Fulton column photo 112817

Wooly worms have long been considered a good indicator of how severe a winter will be.

By DAVID FULTON

For Rantoul Press

The color of a caterpillar, squirrels hoarding early in the summer, the higher in the tree a hornet’s nest — the higher the snow fall, abundance of acorns, overly fat skunks are all folklore predictors of the coming winter. Predicting the weather can be tricky, but here are some signs that may help.

Reading nature on your long autumn walk through the orchard, pumpkin patch or even on your Sunday hike can be a fun way to determine the upcoming winter weather with your family. According to the Farmers’ Almanac, animals and plants in nature have helped us predict winter weather conditions for centuries, but what are the specific characteristics that one should look for when trying to draw a conclusion for themselves?

Did you notice thicker-than-usual cornhusks on your sweetcorn? Folklore is handed down generation to generation, and these predictions over time were accumulated and compiled in the Farmers’ Almanac, which has long been referred to when making an extended weather prediction, or forecast. An ear of corn depends on warm weather to survive; creating a thicker coat for itself is a way to protect it from predicted colder temperatures.

The same is applied to acorns. Acorns that are growing on trees in high volume, also having thicker shells, help us determine an extra-cold winter ahead. Even noticing mouse activity (in your home) earlier than usual can warn you of an early arriving winter.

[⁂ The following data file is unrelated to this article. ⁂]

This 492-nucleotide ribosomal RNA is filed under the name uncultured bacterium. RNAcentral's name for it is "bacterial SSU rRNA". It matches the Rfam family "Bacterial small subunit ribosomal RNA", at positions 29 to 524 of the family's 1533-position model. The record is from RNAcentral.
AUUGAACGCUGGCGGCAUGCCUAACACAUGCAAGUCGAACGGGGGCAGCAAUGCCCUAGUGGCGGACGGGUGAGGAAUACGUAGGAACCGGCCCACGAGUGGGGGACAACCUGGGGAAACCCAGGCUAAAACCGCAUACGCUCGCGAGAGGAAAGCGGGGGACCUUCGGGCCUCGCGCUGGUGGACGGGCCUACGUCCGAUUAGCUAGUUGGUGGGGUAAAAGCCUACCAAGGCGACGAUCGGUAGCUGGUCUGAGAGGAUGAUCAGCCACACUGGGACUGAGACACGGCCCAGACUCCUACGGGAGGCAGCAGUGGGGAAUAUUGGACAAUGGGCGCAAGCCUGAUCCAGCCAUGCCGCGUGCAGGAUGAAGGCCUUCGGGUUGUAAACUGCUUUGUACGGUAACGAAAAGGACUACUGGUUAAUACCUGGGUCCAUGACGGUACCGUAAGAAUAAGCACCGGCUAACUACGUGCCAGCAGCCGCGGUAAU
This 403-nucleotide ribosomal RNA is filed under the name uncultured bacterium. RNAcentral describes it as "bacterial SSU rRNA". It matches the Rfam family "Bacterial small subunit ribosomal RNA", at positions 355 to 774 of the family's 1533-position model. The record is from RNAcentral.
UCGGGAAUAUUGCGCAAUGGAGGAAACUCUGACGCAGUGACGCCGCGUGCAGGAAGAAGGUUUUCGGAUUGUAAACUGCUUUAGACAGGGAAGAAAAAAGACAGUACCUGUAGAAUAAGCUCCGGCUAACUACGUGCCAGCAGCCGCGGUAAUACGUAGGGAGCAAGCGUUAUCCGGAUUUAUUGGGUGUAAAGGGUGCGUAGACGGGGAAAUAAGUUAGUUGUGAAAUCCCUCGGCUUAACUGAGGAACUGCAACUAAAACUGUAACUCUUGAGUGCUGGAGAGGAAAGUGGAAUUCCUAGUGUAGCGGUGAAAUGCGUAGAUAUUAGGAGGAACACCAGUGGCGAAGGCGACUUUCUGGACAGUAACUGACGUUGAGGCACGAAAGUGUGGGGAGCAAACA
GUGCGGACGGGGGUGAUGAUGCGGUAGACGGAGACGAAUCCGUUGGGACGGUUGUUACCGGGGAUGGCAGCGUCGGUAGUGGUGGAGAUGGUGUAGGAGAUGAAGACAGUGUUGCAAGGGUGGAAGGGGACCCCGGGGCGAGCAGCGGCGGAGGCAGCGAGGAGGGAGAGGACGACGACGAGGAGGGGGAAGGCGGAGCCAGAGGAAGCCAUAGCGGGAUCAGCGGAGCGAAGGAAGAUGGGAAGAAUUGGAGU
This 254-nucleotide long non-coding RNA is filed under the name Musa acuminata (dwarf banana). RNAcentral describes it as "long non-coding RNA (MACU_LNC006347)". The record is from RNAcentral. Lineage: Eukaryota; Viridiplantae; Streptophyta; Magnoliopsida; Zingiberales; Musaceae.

The most heard-of folklore we have all probably heard is the folklore of a woolly worm, or "woolly bear." The woolly bear caterpillar is in the tiger moth family, which is identified as black in color with an orange-brown band around its mid-section (the abdomen). As legend is told, the wider the orange-brown band, the milder the winter.

If there is more black color present than orange-brown color. This means there was a severe winter ahead. But be careful with the wooly bear folklore. There is another saying white caterpillars mean snow and black mean cold. I believe they actually darken in color with age.

Friday night lights and warm cider prepare us as the days of winter are approaching inevitably around the corner. As the days become shorter, farmers worked tirelessly to get their crop out of the field before winter weather.

To determine an approaching frost there are a few weather indicators to consider: How warm is it during the day? Is it windy? Is it cloudy? What is the dew point? A cool/cloudy day, still evening, and low dew point are a great recipe for frost. The difference between a light frost and hard freeze is a matter of 8 degrees.

A light frost is produced when evening temperatures fall below 32 degrees and water vapor condenses and freezes. A hard freeze is an accumulated four or more hours consisting of temperatures below 25 degrees. After a killing frost, it is possible to see temperatures spike again; this is known as an "Indian Summer." In the event if this happens, we will see temperatures rise and clear, warmer days usually cause the effect of an early fall-like environment.

Although we have referred to this year’s summer-to-fall transition an "Indian Summer," we will have to wait for that frost before classifying it so.

If one condition remains a constant from year-to-year, the best sign to predict how harsh or mild the winter will be, is the size of your energy bill such as propane and heating oil prices.

Want to learn more about reading nature’s signs? Visit: www.farmersalmanac.com.

David Fulton is assistant manager of Champaign County Farm Bureau